Individual and Group Mentoring Program 

Your path to greater commercial value

Starting September 23, 2019 for 12 weeks

RESET your Value for 2020


September 17, 2019

The Railway Club Hotel in Port Melbourne,

Melbourne Australia 

12 - 2pm


Get tix via Eventbrite






The Problem with our Pursuit for Perfection and the Life-Changing Practice of Good Enough’


- my new book -





Conference Keynotes 

Half, Full and Multi-day Learning Experiences 

Facilitated Programs



 Keynoting Speaker









SIRF RT 2019




CPA Congress 2019 

 October 2019 








Keynote & Workshop





New Opening Keynote

New Workshop

New 1:1 Skills Session







Comprehensive 2 day program runs next:



October 3 & 4, 2019



December 3 & 4, 2019





Series 2 in October/November 2019

4 x 1 hour online sessions








 It's not 'drawing'...



with Lynne Cazaly
using The Visual Mojo Method
1 day practical workshop for your team
Build this powerful, influential skill to help make sense of change, communicate clearly and engage people in the most challenging situations

Tickets via Eventbrite

MELBOURNE - September 11

PERTH - October 7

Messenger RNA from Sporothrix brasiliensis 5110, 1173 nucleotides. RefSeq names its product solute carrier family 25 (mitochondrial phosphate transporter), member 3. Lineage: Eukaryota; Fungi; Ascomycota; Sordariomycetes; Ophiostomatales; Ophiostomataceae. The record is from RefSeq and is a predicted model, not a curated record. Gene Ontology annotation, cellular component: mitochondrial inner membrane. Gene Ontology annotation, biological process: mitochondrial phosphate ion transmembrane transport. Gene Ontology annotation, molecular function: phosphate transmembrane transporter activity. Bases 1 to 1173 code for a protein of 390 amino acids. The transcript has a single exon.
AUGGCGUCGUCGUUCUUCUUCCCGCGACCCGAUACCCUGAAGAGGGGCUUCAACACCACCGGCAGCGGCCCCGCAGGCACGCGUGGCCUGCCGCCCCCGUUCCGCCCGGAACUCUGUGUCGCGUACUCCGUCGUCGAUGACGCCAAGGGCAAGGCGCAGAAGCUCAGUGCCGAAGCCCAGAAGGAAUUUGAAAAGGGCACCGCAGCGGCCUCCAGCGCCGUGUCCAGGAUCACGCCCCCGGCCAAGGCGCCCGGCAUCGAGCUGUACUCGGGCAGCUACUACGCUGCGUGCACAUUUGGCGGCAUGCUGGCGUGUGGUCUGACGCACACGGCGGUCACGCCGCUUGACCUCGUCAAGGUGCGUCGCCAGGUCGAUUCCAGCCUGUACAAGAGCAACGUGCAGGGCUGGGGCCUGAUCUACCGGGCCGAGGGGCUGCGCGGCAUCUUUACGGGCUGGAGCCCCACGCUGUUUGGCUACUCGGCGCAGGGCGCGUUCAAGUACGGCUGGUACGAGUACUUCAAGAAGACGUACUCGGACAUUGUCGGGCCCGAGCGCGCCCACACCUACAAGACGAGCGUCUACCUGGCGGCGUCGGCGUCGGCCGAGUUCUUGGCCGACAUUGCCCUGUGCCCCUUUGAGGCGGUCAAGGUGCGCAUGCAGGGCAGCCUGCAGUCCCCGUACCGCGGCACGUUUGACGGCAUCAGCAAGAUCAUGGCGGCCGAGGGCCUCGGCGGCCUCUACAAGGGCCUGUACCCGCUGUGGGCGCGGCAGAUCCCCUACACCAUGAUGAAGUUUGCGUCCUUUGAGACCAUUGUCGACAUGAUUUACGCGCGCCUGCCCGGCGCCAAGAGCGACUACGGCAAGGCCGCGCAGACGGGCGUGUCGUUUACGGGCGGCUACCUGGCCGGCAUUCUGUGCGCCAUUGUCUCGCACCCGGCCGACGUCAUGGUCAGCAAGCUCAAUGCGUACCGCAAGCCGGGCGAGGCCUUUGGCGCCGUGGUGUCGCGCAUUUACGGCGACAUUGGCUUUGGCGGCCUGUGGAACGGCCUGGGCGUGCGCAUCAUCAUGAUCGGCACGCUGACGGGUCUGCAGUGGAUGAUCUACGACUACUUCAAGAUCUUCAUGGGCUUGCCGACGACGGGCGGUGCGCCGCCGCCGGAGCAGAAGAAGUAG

or... contact Lynne to arrange a workshop at your workplace 







Get the free Mini-Book on Sensemaking

This form does not yet contain any fields.







    Join with me to receive & read my enews tips, templates and advice
    Read the latest
    Subscribe to my newsletter  

    'Each week I delete plenty of enews and emails; this ain't one of 'em!' - Martin, Project Consultant
    'There is always something helpful, interesting, impactful in your enews Lynne. Love your work!' - Tim - Project Manager/PMO

    'Love it! A quick read with brilliant information, advice, support and ideas I can apply right away. Thank you.' - Jane, Team Leader

    Contact Lynne Cazaly


    m: +61 0419 560 677

    PO Box 414, Albert Park   VIC   3206 AUSTRALIA



    Entries in meeting (6)


    Up in the clouds... or down in the details

    Up in the clouds... or down in the details. Author Jim Haudan suggests people across an organisation 'fly' at different levels. You'll experience it every day.

    We have different altitudes of perspective and so we see different things, think differently.

    We know this from being in an aircraft:

    ✈️ On the ground: you can see the airport, trees and tarmac as you're taxiing to the runway;